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Travel filter: 3 weeks in the US. NYC, and then what?
August 10, 2014 7:18 PM   Subscribe

The Red Thoughts consort and I want to go to New York City as part of a 3 week getaway in October. We thought that we might also visit some other places in the US. The problem is, we don't know where else to go. Hope us, MeFites?

Are there other cities on the East Coast or elsewhere we should visit that would be substantially different from NYC? How far are they? How should we get there?

We've never been to the USA before. We like food, musicals, theatre, cabaret and museums. Recommendations welcome.

I like outdoorsy stuff - I would love to visit some spectacular outdoor sites or national parks. The consort would probably consent to a gentle day hike but camping is out.
posted by His thoughts were red thoughts to Travel & Transportation (19 answers total) 2 users marked this as a favorite
 
Come to DC! It's still on the east coast and it's very cheap and easy to get here by bus from New York but it's a hugely different city. It's pretty manageable and we have tolerable public transportation and there are TONS of museums and they're mostly free (many of them are run by the Smithsonian Institution and those are all free and largely awesome). There is some excellent food too. If you are interested in hiking you could go to Shenandoah National Park which is south of here. Have a great trip!

If you do come, definitely call a meetup or let a DC Mefite know and we can schedule one for you. DC Mefites are generally super pleasant and we love meeting people from other cities.
posted by Mrs. Pterodactyl at 7:26 PM on August 10 [4 favorites]


Well, the nation's capital, Washington, DC. is right there. Lots of interesting stuff and very different from NYC.
posted by trip and a half at 7:26 PM on August 10


Ha! Hi, Mrs. P!
posted by trip and a half at 7:27 PM on August 10


I recommend New England in October, since the autumn leaves and weather are basically my favorite things ever, and also you can enjoy such wonderful American things as hot mulled apple cider (not alcoholic, unless you add dark rum, which I do recommend), a variety of pumpkin (American pumpkin) dishes and flavored things, apple butter and basically all other wonderful apple stuff, etc. If I were you I'd head to Boston from NYC (you can fly, take a wicked cheap bus, or fairly expensive train) and explore that city a bit (I am biased, as a former Bostonian, but I think Boston is great and it's very, very different from New York), then hire a car and make your way through the New Hampshire and Vermont mountains. There are lots of great state parks in both states with well marked and maintained hiking trails for all levels. Google "leaf peepers" for info on the best way to plot a path through those two states depending on what time in October you'll be there.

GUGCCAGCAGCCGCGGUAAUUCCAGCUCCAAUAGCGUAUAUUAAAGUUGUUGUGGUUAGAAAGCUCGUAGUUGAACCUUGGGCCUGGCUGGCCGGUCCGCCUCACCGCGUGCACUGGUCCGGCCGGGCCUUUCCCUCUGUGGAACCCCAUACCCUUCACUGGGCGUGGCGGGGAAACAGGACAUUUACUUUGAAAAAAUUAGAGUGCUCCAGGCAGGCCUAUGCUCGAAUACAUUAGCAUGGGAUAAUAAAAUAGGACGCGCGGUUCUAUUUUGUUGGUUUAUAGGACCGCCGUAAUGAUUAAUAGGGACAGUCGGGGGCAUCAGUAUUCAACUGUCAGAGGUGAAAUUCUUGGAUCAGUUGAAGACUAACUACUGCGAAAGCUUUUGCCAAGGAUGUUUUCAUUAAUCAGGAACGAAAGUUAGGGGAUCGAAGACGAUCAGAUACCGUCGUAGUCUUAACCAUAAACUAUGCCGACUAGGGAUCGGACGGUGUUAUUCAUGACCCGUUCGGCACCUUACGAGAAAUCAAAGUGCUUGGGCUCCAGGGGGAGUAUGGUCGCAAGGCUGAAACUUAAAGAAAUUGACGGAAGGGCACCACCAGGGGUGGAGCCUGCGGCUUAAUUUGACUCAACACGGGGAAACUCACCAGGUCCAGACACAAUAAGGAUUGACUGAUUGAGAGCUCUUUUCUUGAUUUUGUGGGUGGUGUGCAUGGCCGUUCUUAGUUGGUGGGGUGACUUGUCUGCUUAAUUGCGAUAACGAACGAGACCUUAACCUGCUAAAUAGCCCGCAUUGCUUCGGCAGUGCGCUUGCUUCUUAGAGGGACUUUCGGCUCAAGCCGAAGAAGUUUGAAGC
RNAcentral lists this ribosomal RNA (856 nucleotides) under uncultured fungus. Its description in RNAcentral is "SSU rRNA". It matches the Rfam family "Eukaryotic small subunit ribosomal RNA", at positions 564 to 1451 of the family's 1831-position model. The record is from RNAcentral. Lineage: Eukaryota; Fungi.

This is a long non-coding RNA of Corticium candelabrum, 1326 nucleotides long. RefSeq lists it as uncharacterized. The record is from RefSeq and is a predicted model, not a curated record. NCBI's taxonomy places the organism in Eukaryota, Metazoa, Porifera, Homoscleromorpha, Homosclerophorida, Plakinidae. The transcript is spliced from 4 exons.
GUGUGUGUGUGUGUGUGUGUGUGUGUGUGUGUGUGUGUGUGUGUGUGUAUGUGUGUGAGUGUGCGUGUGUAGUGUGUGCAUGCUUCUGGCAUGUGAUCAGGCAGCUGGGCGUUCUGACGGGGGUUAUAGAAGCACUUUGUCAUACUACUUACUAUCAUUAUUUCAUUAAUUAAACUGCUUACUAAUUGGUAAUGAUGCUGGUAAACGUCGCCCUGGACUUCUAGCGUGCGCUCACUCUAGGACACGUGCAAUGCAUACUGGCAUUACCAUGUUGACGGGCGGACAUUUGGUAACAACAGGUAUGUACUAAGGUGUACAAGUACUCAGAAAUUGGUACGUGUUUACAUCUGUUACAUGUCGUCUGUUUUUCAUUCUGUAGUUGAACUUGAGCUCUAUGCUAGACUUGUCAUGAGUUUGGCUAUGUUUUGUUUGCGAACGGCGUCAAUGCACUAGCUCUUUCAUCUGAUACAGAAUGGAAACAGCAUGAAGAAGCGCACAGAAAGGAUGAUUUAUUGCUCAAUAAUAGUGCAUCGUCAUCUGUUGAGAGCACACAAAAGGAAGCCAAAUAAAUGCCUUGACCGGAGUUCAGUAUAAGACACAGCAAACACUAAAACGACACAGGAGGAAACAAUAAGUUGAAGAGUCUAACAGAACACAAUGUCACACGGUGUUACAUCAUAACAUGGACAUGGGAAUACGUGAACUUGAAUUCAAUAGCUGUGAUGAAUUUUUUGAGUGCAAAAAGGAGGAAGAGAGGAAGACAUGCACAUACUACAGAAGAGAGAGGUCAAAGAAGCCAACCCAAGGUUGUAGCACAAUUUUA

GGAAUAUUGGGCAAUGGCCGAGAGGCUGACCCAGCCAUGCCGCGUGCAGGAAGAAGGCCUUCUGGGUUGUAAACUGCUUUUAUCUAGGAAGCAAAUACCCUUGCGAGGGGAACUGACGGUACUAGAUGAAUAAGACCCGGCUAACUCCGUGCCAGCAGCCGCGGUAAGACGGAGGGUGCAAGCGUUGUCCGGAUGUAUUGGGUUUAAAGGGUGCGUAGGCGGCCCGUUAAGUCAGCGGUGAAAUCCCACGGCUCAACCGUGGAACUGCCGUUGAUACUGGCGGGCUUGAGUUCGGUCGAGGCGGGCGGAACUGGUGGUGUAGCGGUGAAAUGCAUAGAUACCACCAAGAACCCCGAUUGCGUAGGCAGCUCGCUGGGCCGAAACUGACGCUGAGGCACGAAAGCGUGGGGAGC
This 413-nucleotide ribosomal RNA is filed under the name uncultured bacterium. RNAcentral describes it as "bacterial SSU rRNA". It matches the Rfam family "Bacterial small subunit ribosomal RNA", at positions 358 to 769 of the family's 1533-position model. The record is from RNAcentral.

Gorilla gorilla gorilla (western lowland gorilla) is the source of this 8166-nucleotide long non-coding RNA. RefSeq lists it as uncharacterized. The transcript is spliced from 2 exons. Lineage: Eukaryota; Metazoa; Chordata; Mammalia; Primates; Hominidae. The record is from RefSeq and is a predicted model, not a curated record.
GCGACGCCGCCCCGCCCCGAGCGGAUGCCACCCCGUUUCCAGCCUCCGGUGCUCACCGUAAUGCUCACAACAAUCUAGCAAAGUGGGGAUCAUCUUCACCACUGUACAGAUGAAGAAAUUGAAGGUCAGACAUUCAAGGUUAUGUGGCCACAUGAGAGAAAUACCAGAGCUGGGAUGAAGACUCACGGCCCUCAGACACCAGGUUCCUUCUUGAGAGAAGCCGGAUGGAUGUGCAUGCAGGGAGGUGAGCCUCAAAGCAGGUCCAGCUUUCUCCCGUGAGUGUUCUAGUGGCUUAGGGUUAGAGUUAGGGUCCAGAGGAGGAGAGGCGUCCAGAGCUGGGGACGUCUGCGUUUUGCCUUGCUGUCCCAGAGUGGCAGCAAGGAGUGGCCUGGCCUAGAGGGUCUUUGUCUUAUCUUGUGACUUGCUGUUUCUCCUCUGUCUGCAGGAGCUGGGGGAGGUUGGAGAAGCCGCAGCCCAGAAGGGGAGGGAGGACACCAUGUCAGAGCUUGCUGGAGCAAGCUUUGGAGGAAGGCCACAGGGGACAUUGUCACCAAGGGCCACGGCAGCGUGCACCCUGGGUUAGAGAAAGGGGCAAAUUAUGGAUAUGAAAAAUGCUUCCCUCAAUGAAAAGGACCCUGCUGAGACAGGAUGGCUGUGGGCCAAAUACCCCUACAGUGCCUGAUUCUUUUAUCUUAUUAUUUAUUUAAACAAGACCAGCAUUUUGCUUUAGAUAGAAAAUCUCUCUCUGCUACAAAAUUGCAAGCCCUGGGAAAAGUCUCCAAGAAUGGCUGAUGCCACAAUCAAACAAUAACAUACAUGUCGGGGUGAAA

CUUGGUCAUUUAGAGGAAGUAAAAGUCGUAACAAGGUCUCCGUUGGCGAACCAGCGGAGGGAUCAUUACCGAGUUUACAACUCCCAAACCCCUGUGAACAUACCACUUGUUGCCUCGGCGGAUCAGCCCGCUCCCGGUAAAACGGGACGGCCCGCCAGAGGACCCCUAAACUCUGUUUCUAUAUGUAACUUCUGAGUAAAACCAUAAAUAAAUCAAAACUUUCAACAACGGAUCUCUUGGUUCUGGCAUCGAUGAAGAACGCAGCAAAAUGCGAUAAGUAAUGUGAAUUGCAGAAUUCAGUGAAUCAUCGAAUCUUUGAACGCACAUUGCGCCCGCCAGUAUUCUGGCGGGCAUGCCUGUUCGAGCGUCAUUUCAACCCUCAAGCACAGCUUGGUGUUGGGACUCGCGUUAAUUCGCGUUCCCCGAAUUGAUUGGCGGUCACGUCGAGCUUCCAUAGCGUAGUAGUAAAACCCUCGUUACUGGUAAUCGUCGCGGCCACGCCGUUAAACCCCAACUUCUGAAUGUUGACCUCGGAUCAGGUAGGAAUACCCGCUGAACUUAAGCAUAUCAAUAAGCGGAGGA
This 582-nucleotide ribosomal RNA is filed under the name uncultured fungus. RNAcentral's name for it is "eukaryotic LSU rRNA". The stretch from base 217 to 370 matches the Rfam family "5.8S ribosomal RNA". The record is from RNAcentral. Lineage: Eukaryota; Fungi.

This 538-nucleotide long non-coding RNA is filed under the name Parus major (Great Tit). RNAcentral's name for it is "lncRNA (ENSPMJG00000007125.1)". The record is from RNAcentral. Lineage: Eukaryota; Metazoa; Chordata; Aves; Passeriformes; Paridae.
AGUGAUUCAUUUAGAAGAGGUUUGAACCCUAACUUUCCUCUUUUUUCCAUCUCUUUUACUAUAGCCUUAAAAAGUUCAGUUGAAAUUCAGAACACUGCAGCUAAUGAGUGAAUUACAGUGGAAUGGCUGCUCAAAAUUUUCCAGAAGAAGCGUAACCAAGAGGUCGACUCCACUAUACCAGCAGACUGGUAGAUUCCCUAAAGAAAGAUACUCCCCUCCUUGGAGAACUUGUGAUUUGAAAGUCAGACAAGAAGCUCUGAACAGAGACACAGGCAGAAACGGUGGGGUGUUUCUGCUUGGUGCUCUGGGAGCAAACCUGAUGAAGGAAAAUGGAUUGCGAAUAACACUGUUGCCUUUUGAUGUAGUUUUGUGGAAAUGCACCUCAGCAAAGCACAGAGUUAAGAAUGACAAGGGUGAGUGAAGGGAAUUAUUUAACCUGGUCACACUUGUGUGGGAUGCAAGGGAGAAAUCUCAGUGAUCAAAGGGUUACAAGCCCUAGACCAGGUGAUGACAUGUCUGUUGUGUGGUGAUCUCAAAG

I love love love New England, but anything I might describe as "spectacular", other than autumn foliage, is probably more in the western half of the US... those are things like the Grand Canyon, some pretty serious mountain ranges, etc. I don't have much personal experience with those but if leaves and such don't appeal to you, that's where I'd start researching.
posted by olinerd at 7:28 PM on August 10 [1 favorite]


(Also: October is probably the best season ever to visit DC.)
posted by trip and a half at 7:29 PM on August 10


Agreed that you should definitely do DC--it's an easy trip from NYC and a very different feel. Toronto, while not the US, is also a pretty great place to spend a week, different from both DC and NYC.

If you wanted a week of cheaper accommodations, etc, while still staying in a city, you could consider venturing out to Cleveland or Chicago, say--both cheap, underrated cities that are an easy, short flight from anywhere east coasty. Cleveland is especially great for inexpensive theatre, in my experience, and has an unexpectedly fantastic parks system. (I'm a lot more familiar with Cleveland than most other midwestern cities; don't take my rec there as a slight to Chicago or anywhere else.)